Search this site

Welcome!

Wiki-Web

Working Roundtables

posted Jul 6, 2009, 10:42 PM by Margaret Riel   [ updated Jul 6, 2009, 10:50 PM ]
From the AERA site

Working Group Roundtable.
 Working group roundtables encourage substantive exchange and interaction among researchers working on a common set of research issues, problems, or themes. Such roundtable submissions are encouraged from organizers working in areas that are cross-cutting, where there are shared research problems or issues that would benefit from cooperation and exchange, or where researchers with complementary interests would benefit from new, synergistic discussions. Working group roundtable submissions are not eligible for consideration if all of the participants are at the same institution or already involved in formal or ongoing research collaboration. The working group roundtable submission is designed to bring individual researchers or teams of researchers together for discussion where there is potential for new substantive gains and research communication or cooperation. All presenters are expected to prepare a brief paper or commentary paper that frames the issues or problems they wish to advance or examine.

If we want to propose a roundtable, we will need to have brief papers on the topic.  How about how to help action researchers frame their questions in a way that highlights the action and the method of study.  Or another topic might be strategies for teaching reflection.  We can open a wiki page for a working round table and a group can working on it. But there has to be interest.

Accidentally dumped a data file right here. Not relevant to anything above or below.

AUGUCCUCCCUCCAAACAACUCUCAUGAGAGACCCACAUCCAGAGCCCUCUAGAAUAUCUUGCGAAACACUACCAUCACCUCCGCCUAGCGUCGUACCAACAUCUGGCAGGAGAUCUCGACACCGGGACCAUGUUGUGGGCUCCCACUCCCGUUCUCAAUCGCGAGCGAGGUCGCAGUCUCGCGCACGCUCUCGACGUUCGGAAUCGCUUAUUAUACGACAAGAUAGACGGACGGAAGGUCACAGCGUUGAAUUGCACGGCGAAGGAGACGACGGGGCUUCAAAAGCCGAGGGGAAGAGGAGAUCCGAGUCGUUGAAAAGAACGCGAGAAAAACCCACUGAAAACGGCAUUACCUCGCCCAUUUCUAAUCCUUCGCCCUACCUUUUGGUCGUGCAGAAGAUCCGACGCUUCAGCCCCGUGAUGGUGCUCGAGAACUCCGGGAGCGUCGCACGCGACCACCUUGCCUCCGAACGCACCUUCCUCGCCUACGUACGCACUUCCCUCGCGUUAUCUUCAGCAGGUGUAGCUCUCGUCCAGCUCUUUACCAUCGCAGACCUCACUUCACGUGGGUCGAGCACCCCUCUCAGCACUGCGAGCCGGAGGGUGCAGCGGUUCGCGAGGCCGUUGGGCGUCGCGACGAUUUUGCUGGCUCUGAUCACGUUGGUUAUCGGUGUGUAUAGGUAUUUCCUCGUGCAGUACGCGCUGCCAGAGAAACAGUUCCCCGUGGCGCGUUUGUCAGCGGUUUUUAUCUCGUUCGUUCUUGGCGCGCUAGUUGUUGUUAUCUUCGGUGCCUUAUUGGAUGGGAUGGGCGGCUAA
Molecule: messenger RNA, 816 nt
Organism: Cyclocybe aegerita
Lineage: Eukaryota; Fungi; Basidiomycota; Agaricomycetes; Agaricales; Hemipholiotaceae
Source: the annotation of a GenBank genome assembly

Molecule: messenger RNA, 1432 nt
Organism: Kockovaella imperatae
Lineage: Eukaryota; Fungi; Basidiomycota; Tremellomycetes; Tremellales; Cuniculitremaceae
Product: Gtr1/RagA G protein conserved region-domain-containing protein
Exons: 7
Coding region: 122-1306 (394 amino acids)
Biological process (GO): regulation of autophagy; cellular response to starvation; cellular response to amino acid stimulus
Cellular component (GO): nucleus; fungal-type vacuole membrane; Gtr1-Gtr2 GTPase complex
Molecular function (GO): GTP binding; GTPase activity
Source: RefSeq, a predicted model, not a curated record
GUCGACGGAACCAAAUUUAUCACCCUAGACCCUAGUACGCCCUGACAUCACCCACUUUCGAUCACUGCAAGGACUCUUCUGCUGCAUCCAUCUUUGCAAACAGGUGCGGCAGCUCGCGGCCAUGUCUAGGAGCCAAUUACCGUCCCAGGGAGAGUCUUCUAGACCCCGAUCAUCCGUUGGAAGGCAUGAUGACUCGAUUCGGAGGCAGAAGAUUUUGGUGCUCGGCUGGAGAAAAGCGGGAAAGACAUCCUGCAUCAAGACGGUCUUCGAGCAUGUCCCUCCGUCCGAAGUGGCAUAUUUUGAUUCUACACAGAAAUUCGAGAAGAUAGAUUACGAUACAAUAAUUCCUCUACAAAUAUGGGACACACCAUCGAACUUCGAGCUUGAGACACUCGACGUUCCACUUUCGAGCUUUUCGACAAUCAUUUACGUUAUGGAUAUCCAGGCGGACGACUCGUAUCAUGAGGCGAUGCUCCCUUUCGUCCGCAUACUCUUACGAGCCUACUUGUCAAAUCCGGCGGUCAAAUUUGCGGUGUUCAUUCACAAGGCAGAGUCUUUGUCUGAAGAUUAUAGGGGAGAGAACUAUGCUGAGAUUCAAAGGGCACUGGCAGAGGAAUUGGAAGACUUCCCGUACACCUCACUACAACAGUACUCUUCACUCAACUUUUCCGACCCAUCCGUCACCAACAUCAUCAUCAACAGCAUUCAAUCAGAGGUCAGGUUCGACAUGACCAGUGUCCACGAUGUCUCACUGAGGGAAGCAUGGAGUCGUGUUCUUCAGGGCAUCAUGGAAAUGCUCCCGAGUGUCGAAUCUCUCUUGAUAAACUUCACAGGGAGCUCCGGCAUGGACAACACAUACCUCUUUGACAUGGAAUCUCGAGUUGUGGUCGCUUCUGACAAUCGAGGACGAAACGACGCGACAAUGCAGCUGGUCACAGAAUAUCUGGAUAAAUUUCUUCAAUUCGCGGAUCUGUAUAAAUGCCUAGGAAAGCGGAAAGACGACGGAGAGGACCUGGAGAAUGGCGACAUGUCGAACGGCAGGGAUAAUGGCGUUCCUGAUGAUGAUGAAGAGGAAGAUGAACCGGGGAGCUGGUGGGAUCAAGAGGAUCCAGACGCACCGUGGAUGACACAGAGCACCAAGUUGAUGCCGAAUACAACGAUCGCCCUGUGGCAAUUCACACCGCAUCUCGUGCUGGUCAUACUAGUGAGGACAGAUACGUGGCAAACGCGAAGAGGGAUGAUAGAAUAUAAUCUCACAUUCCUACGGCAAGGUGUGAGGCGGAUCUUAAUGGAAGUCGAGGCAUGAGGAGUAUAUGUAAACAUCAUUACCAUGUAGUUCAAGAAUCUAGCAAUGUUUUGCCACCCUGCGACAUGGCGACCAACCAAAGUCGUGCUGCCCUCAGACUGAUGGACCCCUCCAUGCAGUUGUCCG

• Title. The session title should be entered with proper capitalization: Make Sure That the First Letter of Each Appropriate Word Is Capitalized.
  • Abstract. Submit an abstract of no more than 120 words. Abstracts for accepted sessions will be made publicly available online or in print.
    Session summary. Submit a session summary of no more than 500 words that addresses the following session submission criteria:
    1. Objectives of the session
    2. Overview of the presentation
    3. Scholarly or scientific significance
    4. Structure of the session


  • Title. The title of the presentation should be entered with proper capitalization: Make Sure That the First Letter of Each Appropriate Word Is Capitalized. If the title of the session is the overarching title for all presentations, enter a presentation title that captures the perspective of the presenter.
  • Paper/presentation summary. Submit a summary of no more than 500 words that addresses the basic elements of a research or scholarly paper/presentation:
    1. Objectives or purposes
    2. Perspective(s) or theoretical framework
    3. Methods, techniques, or modes of inquiry
    4. Data sources, evidence, objects, or materials
    5. Results and/or substantiated conclusions or warrants for arguments/point of view, and
    6. Scientific or scholarly significance of the study or work



Comments